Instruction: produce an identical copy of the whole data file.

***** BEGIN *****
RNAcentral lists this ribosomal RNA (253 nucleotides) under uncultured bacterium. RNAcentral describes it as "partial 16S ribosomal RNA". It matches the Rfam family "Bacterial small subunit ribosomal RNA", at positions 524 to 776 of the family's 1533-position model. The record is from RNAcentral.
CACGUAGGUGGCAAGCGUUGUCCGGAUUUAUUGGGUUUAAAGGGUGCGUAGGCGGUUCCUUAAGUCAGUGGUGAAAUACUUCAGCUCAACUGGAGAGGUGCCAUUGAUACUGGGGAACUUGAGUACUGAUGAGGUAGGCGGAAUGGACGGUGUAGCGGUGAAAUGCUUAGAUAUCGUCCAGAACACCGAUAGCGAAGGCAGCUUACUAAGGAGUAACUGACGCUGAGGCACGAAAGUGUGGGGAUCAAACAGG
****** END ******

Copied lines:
RNAcentral lists this ribosomal RNA (253 nucleotides) under uncultured bacterium. RNAcentral describes it as "partial 16S ribosomal RNA". It matches the Rfam family "Bacterial small subunit ribosomal RNA", at positions 524 to 776 of the family's 1533-position model. The record is from RNAcentral.
CACGUAGGUGGCAAGCGUUGUCCGGAUUUAUUGGGUUUAAAGGGUGCGUAGGCGGUUCCUUAAGUCAGUGGUGAAAUACUUCAGCUCAACUGGAGAGGUGCCAUUGAUACUGGGGAACUUGAGUACUGAUGAGGUAGGCGGAAUGGACGGUGUAGCGGUGAAAUGCUUAGAUAUCGUCCAGAACACCGAUAGCGAAGGCAGCUUACUAAGGAGUAACUGACGCUGAGGCACGAAAGUGUGGGGAUCAAACAGG